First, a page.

Single Fatty Meal Stresses Heart
Study Shows High-Fat Meal May Heighten Unhealthy Effects of Stress on Heart
April 25, 2007 -- Just one trip through the drive-through for a fatty,
fast-food meal could put your heart at risk.
A new study shows eating a fatty meal heightens the unhealthy effects of
stress on the heart, like raising blood pressure.
Researchers found that people who ate a fatty, fast-food breakfast were more
prone to suffer the negative effects of stress than those who ate a healthy,
"What's really shocking is that this is just one meal," says
researcher Tavis Campbell, PhD, assistant professor of psychology at the
University of Calgary, in a news release. "It's been well documented that a
high-fat diet leads to atherosclerosis [hardening of the arteries] and high
blood pressure, and that exaggerated and prolonged cardiovascular responses to
stress are associated with high blood pressure in the future."
"So when we learn that even a single, high-fat meal can make you more
reactive to stress, it's cause for concern because it suggests a new and
damaging way that a high-fat diet affects cardiovascular function."
Single Meal May Do Harm
In the study, 30 healthy adults fasted the night before and then ate either
a high-fat breakfast from McDonald's consisting of a sausage McMuffin, an egg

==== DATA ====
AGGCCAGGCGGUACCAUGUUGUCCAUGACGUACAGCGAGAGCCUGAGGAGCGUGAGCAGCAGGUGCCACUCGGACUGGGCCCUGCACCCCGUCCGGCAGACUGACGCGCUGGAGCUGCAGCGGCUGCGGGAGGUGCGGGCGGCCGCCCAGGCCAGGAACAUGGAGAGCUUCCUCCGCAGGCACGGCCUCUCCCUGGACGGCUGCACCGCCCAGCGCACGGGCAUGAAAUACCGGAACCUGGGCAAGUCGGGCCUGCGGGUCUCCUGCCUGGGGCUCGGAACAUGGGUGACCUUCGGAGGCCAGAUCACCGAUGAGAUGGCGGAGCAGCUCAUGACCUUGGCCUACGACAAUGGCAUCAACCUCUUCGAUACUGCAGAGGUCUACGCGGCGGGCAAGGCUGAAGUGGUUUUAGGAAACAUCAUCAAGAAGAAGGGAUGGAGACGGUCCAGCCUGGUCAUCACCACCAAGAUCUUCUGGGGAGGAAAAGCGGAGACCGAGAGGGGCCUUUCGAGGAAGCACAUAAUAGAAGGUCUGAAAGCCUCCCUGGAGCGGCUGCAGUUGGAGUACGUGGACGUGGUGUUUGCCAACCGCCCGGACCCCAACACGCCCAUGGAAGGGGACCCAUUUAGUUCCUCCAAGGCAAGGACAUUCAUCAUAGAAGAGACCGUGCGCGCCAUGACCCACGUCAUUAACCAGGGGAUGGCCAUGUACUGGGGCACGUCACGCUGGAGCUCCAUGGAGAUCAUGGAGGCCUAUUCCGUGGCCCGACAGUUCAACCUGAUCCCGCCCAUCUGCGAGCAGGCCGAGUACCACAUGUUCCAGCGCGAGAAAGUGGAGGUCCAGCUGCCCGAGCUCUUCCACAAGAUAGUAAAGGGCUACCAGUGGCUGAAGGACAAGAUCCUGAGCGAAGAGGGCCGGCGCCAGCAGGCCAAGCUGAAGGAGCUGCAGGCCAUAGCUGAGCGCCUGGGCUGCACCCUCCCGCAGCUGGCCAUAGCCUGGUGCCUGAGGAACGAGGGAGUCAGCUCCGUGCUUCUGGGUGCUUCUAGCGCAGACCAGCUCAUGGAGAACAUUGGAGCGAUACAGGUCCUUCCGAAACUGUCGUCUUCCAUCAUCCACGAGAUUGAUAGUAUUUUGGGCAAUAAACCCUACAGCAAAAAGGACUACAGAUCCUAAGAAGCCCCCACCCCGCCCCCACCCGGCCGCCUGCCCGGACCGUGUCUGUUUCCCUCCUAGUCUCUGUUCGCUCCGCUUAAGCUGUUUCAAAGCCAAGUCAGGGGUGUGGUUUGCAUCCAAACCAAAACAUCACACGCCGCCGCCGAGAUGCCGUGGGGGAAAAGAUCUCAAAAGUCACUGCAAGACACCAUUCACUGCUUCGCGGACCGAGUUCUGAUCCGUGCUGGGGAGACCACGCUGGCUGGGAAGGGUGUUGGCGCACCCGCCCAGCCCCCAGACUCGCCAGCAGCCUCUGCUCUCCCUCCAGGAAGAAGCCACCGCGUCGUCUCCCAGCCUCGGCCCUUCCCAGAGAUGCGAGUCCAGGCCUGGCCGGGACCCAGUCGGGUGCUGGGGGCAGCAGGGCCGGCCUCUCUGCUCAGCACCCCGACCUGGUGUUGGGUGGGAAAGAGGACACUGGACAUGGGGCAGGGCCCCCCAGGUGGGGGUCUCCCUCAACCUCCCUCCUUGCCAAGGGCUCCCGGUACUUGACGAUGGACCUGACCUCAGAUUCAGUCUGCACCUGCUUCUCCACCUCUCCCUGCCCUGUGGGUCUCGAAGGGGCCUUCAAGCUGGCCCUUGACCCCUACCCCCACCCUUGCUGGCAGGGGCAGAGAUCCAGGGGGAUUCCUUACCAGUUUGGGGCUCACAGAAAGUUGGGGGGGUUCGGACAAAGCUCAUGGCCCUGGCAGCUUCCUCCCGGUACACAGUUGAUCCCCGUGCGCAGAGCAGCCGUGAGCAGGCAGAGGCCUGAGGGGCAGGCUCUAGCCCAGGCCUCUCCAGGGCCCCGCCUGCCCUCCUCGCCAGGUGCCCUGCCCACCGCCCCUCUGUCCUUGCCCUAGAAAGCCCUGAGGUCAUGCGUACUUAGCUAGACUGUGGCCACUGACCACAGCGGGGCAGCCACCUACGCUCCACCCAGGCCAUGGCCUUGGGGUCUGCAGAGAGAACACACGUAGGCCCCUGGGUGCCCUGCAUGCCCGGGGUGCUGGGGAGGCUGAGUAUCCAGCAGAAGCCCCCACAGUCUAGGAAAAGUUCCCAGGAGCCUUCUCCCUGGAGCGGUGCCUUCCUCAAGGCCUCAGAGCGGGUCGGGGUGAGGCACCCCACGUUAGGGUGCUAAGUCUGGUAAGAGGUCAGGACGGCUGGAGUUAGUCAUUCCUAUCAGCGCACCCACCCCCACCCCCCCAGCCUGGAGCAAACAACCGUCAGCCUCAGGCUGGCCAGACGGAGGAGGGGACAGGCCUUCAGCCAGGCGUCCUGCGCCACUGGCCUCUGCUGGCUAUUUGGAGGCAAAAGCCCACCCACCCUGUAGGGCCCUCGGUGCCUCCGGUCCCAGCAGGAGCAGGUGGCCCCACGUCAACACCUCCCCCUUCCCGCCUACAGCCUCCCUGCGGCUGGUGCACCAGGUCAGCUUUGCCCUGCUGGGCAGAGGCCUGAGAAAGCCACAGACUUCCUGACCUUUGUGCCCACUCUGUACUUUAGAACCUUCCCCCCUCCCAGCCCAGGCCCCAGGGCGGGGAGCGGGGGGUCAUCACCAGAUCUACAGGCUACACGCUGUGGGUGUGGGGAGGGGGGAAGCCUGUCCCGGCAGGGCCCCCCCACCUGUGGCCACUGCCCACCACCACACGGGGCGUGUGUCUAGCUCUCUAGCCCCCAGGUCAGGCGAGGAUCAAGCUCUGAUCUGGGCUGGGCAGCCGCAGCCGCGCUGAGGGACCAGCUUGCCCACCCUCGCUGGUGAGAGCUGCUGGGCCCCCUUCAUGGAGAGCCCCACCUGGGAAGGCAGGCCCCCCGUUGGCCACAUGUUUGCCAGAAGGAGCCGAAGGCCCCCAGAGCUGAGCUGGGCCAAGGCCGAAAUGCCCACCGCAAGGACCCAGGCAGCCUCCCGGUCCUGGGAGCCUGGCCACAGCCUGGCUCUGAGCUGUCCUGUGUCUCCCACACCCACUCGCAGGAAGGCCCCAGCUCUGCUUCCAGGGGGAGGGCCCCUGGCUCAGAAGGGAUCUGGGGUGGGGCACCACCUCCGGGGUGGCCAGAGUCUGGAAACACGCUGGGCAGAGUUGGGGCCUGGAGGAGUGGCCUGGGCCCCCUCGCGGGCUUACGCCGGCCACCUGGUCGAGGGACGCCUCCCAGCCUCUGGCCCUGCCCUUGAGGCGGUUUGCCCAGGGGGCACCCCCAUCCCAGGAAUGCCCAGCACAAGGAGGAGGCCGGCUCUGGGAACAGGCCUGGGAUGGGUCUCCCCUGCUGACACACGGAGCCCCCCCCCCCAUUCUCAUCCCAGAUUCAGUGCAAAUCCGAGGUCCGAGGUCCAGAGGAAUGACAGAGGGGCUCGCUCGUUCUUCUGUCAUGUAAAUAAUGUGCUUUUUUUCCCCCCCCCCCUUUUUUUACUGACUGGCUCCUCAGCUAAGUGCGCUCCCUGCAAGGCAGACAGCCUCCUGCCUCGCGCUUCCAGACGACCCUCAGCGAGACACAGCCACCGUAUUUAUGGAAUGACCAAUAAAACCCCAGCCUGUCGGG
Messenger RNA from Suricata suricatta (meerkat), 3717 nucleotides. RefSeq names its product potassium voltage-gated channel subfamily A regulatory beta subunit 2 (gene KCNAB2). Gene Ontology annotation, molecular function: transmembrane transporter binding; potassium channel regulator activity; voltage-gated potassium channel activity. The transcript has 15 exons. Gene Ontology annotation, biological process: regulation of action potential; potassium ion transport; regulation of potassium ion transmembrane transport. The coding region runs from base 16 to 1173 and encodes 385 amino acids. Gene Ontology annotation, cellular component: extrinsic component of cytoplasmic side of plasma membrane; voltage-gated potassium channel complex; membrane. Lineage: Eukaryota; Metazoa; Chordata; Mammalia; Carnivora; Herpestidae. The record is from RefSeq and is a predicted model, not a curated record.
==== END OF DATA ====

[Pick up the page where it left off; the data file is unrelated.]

McMuffin, and two hash brown patties or a low-fat breakfast of dry cereal with
skim milk, a cereal fruit bar, fat-free yogurt, and a glass of orange
Both meals contained about 800 calories, but the high-fat meal had 42 grams
of fat, and the low-fat meal had 1 gram of fat. A sodium supplement was added
to the low-fat meal to even out the difference between the two meals.
Two hours later, the participants completed several stress-inducing tasks
while researchers measured their cardiovascular response, including blood
pressure, heart rate, and resistance within blood vessels. The tasks were
designed to provoke mental and/or physical stress, such as completing a public
speaking exercise about something emotionally provocative or holding a hand in
The results showed that regardless of the task, the blood pressure response
was greater among those who ate the high-fat meal than those who ate the
Researchers say it's unclear how a single high-fat meal can sensitize the
body to stress, but the results suggest a new way in which high-fat diets may
contribute to heart disease.